When a family is grieving the loss of a loved one, they don't want to also be worrying about how they're going to deal with the funeral expenses. But it's common for people planning funerals to feel like it would be somehow disrespectful to spend too much time considering money – as though it would show that they cared more about their finances than the deceased.
Funerals can be expensive, however. So while no one wants to leave their family with a big financial burden when they die, it can easily happen. Planning your funeral in advance, whether in broad terms or in great detail, can help your relatives feel like they're doing right by you. And if it's your plan to have an inexpensive funeral, that means they won't have to choose later between saving money and showing their love.
Funeral expenses can vary wildly. One way that many people save money is by choosing cremation instead of burial. It's also possible to rent a casket and have a funeral service before the cremation for a more traditional memorial. It's important to remember that not all religions and denominations allow cremation, so if you're unsure, speak to a religious leader.
Plan A Communal Memorial
Consider the ways in which the memorial service, funeral, and wake can be meaningful in bringing grieving relatives together and having them contribute. For example, consider a communally-cooked meal for the wake instead of outside catering. Spend more time on informal gatherings, such as sharing stories at the graveside or going through photograph albums at the wake, than on the formal ceremony or viewing.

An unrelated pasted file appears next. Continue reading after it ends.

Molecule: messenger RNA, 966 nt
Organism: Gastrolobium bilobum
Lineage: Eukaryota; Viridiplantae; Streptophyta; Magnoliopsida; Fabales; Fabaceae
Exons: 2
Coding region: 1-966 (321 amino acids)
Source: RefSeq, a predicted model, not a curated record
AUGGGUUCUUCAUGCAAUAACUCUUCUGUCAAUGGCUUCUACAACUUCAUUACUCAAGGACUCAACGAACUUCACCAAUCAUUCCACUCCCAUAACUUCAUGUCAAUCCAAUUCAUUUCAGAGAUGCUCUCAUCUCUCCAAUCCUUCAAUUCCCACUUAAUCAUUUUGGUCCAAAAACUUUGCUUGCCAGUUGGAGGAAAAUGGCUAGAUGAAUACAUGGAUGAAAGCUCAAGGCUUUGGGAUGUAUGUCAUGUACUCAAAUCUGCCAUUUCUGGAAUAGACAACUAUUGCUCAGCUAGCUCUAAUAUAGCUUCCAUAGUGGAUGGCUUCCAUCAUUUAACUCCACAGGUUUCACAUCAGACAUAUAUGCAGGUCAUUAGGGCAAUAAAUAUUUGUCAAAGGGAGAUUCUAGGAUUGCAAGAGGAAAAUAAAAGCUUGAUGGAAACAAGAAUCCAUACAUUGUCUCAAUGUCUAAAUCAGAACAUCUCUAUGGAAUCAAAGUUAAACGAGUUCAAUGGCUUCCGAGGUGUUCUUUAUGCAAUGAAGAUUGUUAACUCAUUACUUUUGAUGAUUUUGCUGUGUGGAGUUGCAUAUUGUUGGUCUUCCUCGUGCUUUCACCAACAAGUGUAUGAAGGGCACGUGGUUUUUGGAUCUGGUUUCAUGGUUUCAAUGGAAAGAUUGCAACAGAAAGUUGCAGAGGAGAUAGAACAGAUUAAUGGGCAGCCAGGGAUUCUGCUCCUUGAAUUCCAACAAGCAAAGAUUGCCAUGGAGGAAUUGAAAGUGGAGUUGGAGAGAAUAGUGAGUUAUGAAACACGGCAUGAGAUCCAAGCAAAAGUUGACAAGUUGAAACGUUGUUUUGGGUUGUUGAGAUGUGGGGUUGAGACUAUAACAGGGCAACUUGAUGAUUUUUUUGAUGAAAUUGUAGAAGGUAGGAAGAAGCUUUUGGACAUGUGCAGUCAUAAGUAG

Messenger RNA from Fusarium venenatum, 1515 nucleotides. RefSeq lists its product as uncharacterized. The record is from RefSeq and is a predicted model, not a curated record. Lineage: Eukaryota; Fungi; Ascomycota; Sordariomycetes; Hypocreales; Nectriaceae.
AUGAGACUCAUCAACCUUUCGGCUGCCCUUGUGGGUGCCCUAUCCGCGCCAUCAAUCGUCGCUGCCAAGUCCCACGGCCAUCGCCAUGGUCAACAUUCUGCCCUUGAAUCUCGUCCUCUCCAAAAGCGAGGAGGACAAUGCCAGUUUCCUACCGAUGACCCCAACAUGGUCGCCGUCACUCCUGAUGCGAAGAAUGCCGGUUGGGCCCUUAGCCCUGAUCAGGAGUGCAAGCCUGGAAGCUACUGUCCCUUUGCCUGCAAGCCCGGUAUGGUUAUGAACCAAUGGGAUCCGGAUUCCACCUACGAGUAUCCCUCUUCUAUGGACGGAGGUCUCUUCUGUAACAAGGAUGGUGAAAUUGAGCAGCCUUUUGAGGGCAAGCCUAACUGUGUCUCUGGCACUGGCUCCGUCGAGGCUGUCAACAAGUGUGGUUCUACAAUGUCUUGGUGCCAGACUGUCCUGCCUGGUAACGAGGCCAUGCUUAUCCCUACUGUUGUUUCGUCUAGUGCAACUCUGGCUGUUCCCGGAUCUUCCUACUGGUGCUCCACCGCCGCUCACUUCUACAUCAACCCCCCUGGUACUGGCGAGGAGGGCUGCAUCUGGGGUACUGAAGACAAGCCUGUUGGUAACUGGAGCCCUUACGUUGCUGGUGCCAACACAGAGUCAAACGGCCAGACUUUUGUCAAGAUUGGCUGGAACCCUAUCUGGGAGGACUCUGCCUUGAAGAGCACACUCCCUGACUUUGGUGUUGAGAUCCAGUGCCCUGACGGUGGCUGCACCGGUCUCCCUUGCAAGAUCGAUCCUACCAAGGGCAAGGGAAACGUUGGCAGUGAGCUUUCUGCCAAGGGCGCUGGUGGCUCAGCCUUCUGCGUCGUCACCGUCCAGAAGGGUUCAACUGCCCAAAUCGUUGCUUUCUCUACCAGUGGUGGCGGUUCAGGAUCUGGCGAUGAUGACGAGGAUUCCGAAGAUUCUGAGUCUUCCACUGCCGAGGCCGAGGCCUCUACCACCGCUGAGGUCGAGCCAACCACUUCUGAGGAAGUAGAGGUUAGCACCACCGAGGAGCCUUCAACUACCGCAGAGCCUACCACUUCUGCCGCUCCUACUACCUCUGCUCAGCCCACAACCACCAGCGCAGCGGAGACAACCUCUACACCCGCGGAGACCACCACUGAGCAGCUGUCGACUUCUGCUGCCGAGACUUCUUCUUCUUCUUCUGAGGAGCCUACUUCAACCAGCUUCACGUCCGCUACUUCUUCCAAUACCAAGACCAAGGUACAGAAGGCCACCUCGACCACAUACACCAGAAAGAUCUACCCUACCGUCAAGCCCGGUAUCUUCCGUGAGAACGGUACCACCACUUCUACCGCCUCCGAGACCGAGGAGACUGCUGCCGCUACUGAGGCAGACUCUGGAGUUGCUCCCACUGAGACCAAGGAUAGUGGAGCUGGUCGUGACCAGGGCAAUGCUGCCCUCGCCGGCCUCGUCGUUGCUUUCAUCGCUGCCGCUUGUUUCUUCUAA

What Life Insurance Is For
Whatever your funeral plans, it's important to remember that the idea behind life insurance is not to cover funeral expenses. It is meant to be a financial support when you can no longer be there to support your family. So if you can, plan to put any life insurance money into a savings account for emergency expenses; don't include it in your funeral budget.
Discuss With Your Family
If you're trying to lift the burden, both emotional and financial, of funeral planning from family members, don't do it secretly. The memorial services, after all, will mainly be for them. And if you simply write the instructions in your will, they may not even be followed – remember that the will is usually not read until after the funeral.
Instead, consider doing your planning with both your family, who can help you to know what would be most meaningful to you, and a funeral home director, who can help guide you to the services that fit your budget.
For more information, contact Foster-Warne Funeral Home or a similar location.